Making good progress, Barbados passes its first IMF test
Barbados has passed its first IMF test, says Dr. Bert van Selm, head of the team which spent the last week conducting a review of how the country was meeting the targets agreed under its Extended Fund Facility arrangement.
He said Barbados continued to make “strong progress” in implementing its economic reform goals, and if the IMF board of directors concurs with the findings of the visiting team when it meets in June, another US$49 million will be made available to the country, for a total of US$98 million at that point.
Dr. Van Selm said international reserves, which had reached a low of about US$220 million or five to six weeks of import cover by the end of last May, had more than doubled since then, and the completion of the domestic part of the debt restructuring had been very helpful in reducing economic uncertainty “and the new terms agreed with creditors had put the debt on a clear downward trajectory.”
Reform of state-owned enterprises had begun with tightened reporting requirements and shedding excess staff. All programmes under the EFF had been met successfully to the end of March, some by wider margins than others, including the target for net international reserves and central bank net domestic assets. The targets for primary surplus, subsidies for state-owned enterprises, central government domestic arrears and social spending were also met.
He noted that in March the Government had adopted a budget for FY2019/20 target a primary surplus of 6 percent of GDP.
Full-year effects of reforms set in motion in the previous year, including new taxes such as the airline travel fee, room levies, fuel tax and health service contribution should all help government to achieve that six percent target, he said.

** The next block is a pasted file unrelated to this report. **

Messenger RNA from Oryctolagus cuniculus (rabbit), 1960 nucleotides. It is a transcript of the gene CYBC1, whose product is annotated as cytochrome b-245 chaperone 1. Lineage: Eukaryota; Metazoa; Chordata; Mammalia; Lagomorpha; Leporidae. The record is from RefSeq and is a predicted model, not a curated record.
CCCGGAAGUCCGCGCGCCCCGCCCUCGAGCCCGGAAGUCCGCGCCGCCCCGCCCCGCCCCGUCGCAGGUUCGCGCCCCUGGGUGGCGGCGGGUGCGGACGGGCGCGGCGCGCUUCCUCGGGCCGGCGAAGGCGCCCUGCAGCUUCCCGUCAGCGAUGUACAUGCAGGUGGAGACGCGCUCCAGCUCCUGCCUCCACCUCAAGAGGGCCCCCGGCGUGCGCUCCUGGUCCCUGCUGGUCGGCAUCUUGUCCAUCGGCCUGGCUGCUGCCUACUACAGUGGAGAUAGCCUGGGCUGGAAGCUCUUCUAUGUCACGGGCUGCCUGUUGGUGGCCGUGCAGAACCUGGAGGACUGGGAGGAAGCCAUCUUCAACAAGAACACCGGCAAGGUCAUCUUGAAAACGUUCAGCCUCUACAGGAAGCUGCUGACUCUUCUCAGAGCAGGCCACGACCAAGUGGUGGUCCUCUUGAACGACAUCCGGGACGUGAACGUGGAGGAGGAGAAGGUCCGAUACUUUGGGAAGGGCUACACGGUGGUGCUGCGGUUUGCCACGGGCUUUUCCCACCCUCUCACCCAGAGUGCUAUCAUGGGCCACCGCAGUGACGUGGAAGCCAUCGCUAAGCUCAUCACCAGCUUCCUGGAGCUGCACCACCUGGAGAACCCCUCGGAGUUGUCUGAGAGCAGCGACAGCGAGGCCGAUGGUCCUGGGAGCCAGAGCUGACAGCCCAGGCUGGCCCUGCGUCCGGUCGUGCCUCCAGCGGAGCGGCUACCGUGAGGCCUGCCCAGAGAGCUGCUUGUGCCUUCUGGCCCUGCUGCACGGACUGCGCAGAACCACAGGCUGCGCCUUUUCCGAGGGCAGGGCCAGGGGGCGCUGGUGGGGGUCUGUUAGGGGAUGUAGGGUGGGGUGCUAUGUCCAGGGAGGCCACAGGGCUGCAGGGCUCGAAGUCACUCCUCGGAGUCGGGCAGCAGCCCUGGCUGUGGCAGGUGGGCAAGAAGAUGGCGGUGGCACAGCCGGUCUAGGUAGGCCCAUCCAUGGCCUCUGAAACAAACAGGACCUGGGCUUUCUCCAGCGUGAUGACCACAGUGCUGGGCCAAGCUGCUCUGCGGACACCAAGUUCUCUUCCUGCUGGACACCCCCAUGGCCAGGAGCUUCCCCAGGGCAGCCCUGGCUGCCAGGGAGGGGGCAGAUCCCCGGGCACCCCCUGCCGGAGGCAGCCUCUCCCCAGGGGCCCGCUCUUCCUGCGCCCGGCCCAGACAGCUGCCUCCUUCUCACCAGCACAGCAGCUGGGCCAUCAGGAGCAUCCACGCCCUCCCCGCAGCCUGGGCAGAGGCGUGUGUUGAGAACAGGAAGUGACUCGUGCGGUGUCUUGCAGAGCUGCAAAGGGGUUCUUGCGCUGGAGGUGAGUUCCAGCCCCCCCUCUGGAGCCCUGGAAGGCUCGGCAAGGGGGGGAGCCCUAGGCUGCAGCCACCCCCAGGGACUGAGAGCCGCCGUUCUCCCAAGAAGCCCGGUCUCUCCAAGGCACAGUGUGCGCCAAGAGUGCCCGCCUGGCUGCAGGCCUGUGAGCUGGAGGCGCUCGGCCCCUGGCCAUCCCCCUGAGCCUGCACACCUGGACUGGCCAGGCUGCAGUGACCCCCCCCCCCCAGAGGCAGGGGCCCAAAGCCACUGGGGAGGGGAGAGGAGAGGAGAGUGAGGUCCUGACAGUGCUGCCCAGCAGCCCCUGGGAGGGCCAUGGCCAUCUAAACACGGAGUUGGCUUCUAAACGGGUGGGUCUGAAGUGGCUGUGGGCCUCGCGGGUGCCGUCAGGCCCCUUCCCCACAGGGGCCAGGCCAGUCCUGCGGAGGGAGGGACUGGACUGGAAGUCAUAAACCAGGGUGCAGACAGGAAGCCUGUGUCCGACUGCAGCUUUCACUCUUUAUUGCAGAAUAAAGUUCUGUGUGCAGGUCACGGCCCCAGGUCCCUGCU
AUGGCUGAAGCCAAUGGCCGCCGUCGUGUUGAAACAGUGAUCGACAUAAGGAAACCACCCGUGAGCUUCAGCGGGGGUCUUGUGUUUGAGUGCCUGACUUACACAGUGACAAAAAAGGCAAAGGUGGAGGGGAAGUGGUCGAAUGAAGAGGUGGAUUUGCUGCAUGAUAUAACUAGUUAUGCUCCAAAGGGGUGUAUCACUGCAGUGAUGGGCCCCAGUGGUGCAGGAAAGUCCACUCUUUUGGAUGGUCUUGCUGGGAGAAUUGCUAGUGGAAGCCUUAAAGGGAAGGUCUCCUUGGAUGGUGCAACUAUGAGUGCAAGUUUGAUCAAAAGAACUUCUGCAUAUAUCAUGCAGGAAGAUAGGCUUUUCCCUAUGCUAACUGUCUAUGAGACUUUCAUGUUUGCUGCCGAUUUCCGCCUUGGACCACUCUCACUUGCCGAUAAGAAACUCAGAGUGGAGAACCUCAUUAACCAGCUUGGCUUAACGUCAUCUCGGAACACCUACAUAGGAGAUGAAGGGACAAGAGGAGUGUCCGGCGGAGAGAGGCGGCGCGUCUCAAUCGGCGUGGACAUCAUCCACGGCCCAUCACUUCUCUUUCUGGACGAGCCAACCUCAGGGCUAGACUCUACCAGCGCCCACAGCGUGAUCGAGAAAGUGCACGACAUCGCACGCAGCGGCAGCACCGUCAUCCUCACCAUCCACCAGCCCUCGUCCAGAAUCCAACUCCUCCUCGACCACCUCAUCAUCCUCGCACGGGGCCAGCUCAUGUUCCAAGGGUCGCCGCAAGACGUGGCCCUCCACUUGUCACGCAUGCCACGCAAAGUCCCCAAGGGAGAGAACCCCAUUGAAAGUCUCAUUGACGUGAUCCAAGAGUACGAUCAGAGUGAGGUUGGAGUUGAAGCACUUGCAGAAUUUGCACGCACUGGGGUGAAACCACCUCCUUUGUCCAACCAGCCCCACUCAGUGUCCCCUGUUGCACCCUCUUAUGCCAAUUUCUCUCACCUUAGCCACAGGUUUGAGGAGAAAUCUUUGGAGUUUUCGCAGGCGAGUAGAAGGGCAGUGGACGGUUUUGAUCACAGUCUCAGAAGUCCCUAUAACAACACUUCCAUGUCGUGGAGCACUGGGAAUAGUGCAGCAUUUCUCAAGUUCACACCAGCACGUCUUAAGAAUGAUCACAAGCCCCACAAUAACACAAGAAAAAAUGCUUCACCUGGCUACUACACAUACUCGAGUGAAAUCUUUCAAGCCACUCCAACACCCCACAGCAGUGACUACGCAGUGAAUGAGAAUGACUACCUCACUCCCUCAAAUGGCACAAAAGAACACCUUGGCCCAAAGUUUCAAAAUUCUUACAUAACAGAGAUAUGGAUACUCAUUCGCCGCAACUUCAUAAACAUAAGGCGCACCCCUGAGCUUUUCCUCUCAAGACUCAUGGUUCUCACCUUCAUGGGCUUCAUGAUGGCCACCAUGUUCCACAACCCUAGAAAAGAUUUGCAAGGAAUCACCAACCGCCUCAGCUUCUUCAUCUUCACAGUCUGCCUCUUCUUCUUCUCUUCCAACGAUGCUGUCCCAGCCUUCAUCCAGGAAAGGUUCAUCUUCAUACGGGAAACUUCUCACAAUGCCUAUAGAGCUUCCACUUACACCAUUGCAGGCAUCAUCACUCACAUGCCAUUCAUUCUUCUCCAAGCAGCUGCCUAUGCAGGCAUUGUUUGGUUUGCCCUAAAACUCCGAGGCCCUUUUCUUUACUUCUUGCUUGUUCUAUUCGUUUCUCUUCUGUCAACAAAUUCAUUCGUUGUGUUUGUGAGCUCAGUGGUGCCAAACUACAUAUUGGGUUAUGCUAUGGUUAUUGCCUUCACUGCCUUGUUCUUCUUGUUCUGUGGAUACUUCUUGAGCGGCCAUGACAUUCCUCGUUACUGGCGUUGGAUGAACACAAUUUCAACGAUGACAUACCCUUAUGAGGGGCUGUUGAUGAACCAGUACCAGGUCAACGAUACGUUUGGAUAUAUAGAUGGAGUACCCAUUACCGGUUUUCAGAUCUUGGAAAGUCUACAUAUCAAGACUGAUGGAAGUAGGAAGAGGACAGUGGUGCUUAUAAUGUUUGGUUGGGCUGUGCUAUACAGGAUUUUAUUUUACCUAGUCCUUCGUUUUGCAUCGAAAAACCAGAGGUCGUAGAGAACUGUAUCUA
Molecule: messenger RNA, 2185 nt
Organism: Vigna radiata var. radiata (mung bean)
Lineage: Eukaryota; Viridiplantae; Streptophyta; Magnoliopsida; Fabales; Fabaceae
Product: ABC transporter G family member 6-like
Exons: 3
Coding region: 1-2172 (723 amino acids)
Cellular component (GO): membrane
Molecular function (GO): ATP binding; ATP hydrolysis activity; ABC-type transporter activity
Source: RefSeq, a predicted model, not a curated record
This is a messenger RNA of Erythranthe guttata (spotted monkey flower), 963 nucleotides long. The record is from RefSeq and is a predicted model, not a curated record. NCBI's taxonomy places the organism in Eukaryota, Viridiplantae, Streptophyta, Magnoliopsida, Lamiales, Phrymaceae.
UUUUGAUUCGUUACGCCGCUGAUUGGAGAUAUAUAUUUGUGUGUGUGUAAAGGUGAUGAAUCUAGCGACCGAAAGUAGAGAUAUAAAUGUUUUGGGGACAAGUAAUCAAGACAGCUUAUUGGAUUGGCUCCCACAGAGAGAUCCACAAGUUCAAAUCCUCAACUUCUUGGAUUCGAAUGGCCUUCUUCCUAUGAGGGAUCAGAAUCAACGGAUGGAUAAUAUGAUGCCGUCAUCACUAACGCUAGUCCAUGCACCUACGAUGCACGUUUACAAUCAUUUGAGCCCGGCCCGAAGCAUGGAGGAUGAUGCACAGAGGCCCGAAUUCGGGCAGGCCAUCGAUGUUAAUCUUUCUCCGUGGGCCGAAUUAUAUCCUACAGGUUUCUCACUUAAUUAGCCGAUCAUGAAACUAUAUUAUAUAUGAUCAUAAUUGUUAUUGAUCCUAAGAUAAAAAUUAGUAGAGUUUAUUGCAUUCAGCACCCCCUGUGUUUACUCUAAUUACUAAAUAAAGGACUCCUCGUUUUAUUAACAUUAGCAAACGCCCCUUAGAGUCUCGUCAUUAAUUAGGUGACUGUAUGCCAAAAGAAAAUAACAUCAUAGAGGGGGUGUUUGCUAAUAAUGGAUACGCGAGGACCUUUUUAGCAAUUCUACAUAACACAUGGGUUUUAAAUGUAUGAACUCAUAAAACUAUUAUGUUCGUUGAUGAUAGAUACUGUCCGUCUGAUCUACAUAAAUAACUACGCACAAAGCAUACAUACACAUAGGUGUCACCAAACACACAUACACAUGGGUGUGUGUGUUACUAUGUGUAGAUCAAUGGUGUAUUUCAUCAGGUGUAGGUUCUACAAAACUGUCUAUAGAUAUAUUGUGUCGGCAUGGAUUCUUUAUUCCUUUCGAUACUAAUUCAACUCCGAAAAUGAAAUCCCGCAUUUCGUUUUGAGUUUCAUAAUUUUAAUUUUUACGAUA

In addition, a broadening of the VAT and land tax would help bring in more revenue. As a result, he said, the IMF staff team thinks the budget for the current fiscal year provided “a strong basis for the targeted fiscal consolidation,” but the authorities stood ready to take additional initiatives if necessary to reach the six percent target.
Good progress was also being made in implementing structural benchmarks under the EFF, “including those that contribute to an improved business climate,” such as the new planning and development act passed in January, he said, as well as the sandbox regime to regulate fintech startups. The new public financial management act passed in January would strengthen fiscal accountability and transparency, he added, as would the system introduced recently for monitoring the arrears of state-owned enterprises. He said progress was also being made in negotiations with external creditors, adding that a “continuing open dialogue and sharing of information” remained important in reaching an orderly restructuring of the foreign debt.